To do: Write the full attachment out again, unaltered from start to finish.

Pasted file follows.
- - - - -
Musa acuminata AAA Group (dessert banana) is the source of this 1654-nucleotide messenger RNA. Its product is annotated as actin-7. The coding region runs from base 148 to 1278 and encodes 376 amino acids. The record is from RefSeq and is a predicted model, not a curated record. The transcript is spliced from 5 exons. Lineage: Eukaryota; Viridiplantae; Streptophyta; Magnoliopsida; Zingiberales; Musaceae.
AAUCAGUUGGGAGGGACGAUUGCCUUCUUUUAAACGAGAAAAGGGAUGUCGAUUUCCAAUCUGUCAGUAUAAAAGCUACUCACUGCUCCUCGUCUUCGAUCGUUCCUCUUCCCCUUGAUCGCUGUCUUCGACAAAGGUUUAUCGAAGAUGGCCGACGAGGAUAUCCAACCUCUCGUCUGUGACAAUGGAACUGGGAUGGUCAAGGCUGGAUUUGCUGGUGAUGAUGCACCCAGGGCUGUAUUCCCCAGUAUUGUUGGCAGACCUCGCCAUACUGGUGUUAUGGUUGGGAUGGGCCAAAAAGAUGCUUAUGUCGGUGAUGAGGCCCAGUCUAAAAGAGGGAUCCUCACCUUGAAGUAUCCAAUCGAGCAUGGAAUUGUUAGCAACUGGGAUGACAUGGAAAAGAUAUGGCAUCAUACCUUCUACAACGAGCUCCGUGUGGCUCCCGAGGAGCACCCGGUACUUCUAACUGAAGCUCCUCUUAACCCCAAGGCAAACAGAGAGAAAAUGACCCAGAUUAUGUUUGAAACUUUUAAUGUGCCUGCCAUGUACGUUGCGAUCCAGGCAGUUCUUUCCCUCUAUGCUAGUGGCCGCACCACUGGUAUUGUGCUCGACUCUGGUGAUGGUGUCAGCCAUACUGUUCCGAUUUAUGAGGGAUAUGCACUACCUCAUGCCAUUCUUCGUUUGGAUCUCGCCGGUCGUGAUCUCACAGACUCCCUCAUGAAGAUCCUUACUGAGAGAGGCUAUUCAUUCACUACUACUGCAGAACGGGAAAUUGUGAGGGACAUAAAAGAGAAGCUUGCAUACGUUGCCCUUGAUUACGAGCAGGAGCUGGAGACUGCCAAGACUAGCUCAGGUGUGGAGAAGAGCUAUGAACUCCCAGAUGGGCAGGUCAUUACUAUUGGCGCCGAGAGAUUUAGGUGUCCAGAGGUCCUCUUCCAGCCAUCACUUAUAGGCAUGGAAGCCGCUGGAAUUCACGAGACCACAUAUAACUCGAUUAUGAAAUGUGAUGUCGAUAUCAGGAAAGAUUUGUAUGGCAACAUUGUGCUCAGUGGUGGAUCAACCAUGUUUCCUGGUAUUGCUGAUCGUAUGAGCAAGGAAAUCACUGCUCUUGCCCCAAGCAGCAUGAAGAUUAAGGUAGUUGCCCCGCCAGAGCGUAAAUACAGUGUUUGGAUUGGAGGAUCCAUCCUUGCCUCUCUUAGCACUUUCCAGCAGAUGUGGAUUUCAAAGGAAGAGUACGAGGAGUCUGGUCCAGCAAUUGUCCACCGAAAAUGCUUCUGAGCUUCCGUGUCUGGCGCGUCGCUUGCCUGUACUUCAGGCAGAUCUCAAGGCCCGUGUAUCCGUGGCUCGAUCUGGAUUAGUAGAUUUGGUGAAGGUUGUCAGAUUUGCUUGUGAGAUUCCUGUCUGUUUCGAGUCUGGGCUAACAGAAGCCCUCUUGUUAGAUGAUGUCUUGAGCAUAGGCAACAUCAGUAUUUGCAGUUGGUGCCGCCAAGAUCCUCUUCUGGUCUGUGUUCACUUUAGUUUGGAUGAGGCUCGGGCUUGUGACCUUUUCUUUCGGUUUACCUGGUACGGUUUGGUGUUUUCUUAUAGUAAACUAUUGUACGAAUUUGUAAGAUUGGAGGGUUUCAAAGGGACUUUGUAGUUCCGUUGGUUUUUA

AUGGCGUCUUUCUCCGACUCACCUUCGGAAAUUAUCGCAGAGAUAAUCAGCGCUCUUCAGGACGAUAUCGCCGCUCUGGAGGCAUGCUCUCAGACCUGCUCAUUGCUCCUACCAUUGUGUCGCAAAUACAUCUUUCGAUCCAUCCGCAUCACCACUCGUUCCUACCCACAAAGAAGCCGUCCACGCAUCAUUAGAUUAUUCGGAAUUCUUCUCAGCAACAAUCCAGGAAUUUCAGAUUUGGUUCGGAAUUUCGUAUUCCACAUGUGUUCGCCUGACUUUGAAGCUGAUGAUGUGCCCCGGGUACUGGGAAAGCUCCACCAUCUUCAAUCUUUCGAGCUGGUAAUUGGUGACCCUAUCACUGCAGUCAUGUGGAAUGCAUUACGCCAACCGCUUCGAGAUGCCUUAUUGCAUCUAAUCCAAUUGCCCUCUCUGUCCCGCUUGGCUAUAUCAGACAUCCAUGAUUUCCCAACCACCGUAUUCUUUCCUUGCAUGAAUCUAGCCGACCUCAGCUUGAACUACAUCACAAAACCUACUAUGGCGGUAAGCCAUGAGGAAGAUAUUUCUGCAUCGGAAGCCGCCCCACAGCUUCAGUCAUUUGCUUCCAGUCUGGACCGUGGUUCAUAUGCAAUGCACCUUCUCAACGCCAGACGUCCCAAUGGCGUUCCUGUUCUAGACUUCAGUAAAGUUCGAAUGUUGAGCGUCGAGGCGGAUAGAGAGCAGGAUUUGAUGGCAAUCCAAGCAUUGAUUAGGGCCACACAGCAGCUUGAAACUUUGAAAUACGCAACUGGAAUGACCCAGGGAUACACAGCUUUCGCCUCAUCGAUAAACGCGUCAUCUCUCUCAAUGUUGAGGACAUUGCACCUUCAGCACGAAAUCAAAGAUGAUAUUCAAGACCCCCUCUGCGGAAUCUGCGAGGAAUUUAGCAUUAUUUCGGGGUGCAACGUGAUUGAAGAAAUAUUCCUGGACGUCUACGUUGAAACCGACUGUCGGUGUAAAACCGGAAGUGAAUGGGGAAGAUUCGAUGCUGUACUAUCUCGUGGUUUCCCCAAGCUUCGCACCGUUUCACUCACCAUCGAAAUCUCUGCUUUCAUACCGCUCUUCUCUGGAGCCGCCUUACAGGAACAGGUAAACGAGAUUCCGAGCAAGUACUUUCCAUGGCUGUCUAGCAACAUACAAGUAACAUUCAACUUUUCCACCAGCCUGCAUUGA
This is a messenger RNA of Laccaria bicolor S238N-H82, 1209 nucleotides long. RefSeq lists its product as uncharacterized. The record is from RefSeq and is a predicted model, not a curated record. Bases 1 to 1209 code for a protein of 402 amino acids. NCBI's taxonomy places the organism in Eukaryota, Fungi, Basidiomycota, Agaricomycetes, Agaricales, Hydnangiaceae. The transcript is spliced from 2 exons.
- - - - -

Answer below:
Musa acuminata AAA Group (dessert banana) is the source of this 1654-nucleotide messenger RNA. Its product is annotated as actin-7. The coding region runs from base 148 to 1278 and encodes 376 amino acids. The record is from RefSeq and is a predicted model, not a curated record. The transcript is spliced from 5 exons. Lineage: Eukaryota; Viridiplantae; Streptophyta; Magnoliopsida; Zingiberales; Musaceae.
AAUCAGUUGGGAGGGACGAUUGCCUUCUUUUAAACGAGAAAAGGGAUGUCGAUUUCCAAUCUGUCAGUAUAAAAGCUACUCACUGCUCCUCGUCUUCGAUCGUUCCUCUUCCCCUUGAUCGCUGUCUUCGACAAAGGUUUAUCGAAGAUGGCCGACGAGGAUAUCCAACCUCUCGUCUGUGACAAUGGAACUGGGAUGGUCAAGGCUGGAUUUGCUGGUGAUGAUGCACCCAGGGCUGUAUUCCCCAGUAUUGUUGGCAGACCUCGCCAUACUGGUGUUAUGGUUGGGAUGGGCCAAAAAGAUGCUUAUGUCGGUGAUGAGGCCCAGUCUAAAAGAGGGAUCCUCACCUUGAAGUAUCCAAUCGAGCAUGGAAUUGUUAGCAACUGGGAUGACAUGGAAAAGAUAUGGCAUCAUACCUUCUACAACGAGCUCCGUGUGGCUCCCGAGGAGCACCCGGUACUUCUAACUGAAGCUCCUCUUAACCCCAAGGCAAACAGAGAGAAAAUGACCCAGAUUAUGUUUGAAACUUUUAAUGUGCCUGCCAUGUACGUUGCGAUCCAGGCAGUUCUUUCCCUCUAUGCUAGUGGCCGCACCACUGGUAUUGUGCUCGACUCUGGUGAUGGUGUCAGCCAUACUGUUCCGAUUUAUGAGGGAUAUGCACUACCUCAUGCCAUUCUUCGUUUGGAUCUCGCCGGUCGUGAUCUCACAGACUCCCUCAUGAAGAUCCUUACUGAGAGAGGCUAUUCAUUCACUACUACUGCAGAACGGGAAAUUGUGAGGGACAUAAAAGAGAAGCUUGCAUACGUUGCCCUUGAUUACGAGCAGGAGCUGGAGACUGCCAAGACUAGCUCAGGUGUGGAGAAGAGCUAUGAACUCCCAGAUGGGCAGGUCAUUACUAUUGGCGCCGAGAGAUUUAGGUGUCCAGAGGUCCUCUUCCAGCCAUCACUUAUAGGCAUGGAAGCCGCUGGAAUUCACGAGACCACAUAUAACUCGAUUAUGAAAUGUGAUGUCGAUAUCAGGAAAGAUUUGUAUGGCAACAUUGUGCUCAGUGGUGGAUCAACCAUGUUUCCUGGUAUUGCUGAUCGUAUGAGCAAGGAAAUCACUGCUCUUGCCCCAAGCAGCAUGAAGAUUAAGGUAGUUGCCCCGCCAGAGCGUAAAUACAGUGUUUGGAUUGGAGGAUCCAUCCUUGCCUCUCUUAGCACUUUCCAGCAGAUGUGGAUUUCAAAGGAAGAGUACGAGGAGUCUGGUCCAGCAAUUGUCCACCGAAAAUGCUUCUGAGCUUCCGUGUCUGGCGCGUCGCUUGCCUGUACUUCAGGCAGAUCUCAAGGCCCGUGUAUCCGUGGCUCGAUCUGGAUUAGUAGAUUUGGUGAAGGUUGUCAGAUUUGCUUGUGAGAUUCCUGUCUGUUUCGAGUCUGGGCUAACAGAAGCCCUCUUGUUAGAUGAUGUCUUGAGCAUAGGCAACAUCAGUAUUUGCAGUUGGUGCCGCCAAGAUCCUCUUCUGGUCUGUGUUCACUUUAGUUUGGAUGAGGCUCGGGCUUGUGACCUUUUCUUUCGGUUUACCUGGUACGGUUUGGUGUUUUCUUAUAGUAAACUAUUGUACGAAUUUGUAAGAUUGGAGGGUUUCAAAGGGACUUUGUAGUUCCGUUGGUUUUUA

AUGGCGUCUUUCUCCGACUCACCUUCGGAAAUUAUCGCAGAGAUAAUCAGCGCUCUUCAGGACGAUAUCGCCGCUCUGGAGGCAUGCUCUCAGACCUGCUCAUUGCUCCUACCAUUGUGUCGCAAAUACAUCUUUCGAUCCAUCCGCAUCACCACUCGUUCCUACCCACAAAGAAGCCGUCCACGCAUCAUUAGAUUAUUCGGAAUUCUUCUCAGCAACAAUCCAGGAAUUUCAGAUUUGGUUCGGAAUUUCGUAUUCCACAUGUGUUCGCCUGACUUUGAAGCUGAUGAUGUGCCCCGGGUACUGGGAAAGCUCCACCAUCUUCAAUCUUUCGAGCUGGUAAUUGGUGACCCUAUCACUGCAGUCAUGUGGAAUGCAUUACGCCAACCGCUUCGAGAUGCCUUAUUGCAUCUAAUCCAAUUGCCCUCUCUGUCCCGCUUGGCUAUAUCAGACAUCCAUGAUUUCCCAACCACCGUAUUCUUUCCUUGCAUGAAUCUAGCCGACCUCAGCUUGAACUACAUCACAAAACCUACUAUGGCGGUAAGCCAUGAGGAAGAUAUUUCUGCAUCGGAAGCCGCCCCACAGCUUCAGUCAUUUGCUUCCAGUCUGGACCGUGGUUCAUAUGCAAUGCACCUUCUCAACGCCAGACGUCCCAAUGGCGUUCCUGUUCUAGACUUCAGUAAAGUUCGAAUGUUGAGCGUCGAGGCGGAUAGAGAGCAGGAUUUGAUGGCAAUCCAAGCAUUGAUUAGGGCCACACAGCAGCUUGAAACUUUGAAAUACGCAACUGGAAUGACCCAGGGAUACACAGCUUUCGCCUCAUCGAUAAACGCGUCAUCUCUCUCAAUGUUGAGGACAUUGCACCUUCAGCACGAAAUCAAAGAUGAUAUUCAAGACCCCCUCUGCGGAAUCUGCGAGGAAUUUAGCAUUAUUUCGGGGUGCAACGUGAUUGAAGAAAUAUUCCUGGACGUCUACGUUGAAACCGACUGUCGGUGUAAAACCGGAAGUGAAUGGGGAAGAUUCGAUGCUGUACUAUCUCGUGGUUUCCCCAAGCUUCGCACCGUUUCACUCACCAUCGAAAUCUCUGCUUUCAUACCGCUCUUCUCUGGAGCCGCCUUACAGGAACAGGUAAACGAGAUUCCGAGCAAGUACUUUCCAUGGCUGUCUAGCAACAUACAAGUAACAUUCAACUUUUCCACCAGCCUGCAUUGA
This is a messenger RNA of Laccaria bicolor S238N-H82, 1209 nucleotides long. RefSeq lists its product as uncharacterized. The record is from RefSeq and is a predicted model, not a curated record. Bases 1 to 1209 code for a protein of 402 amino acids. NCBI's taxonomy places the organism in Eukaryota, Fungi, Basidiomycota, Agaricomycetes, Agaricales, Hydnangiaceae. The transcript is spliced from 2 exons.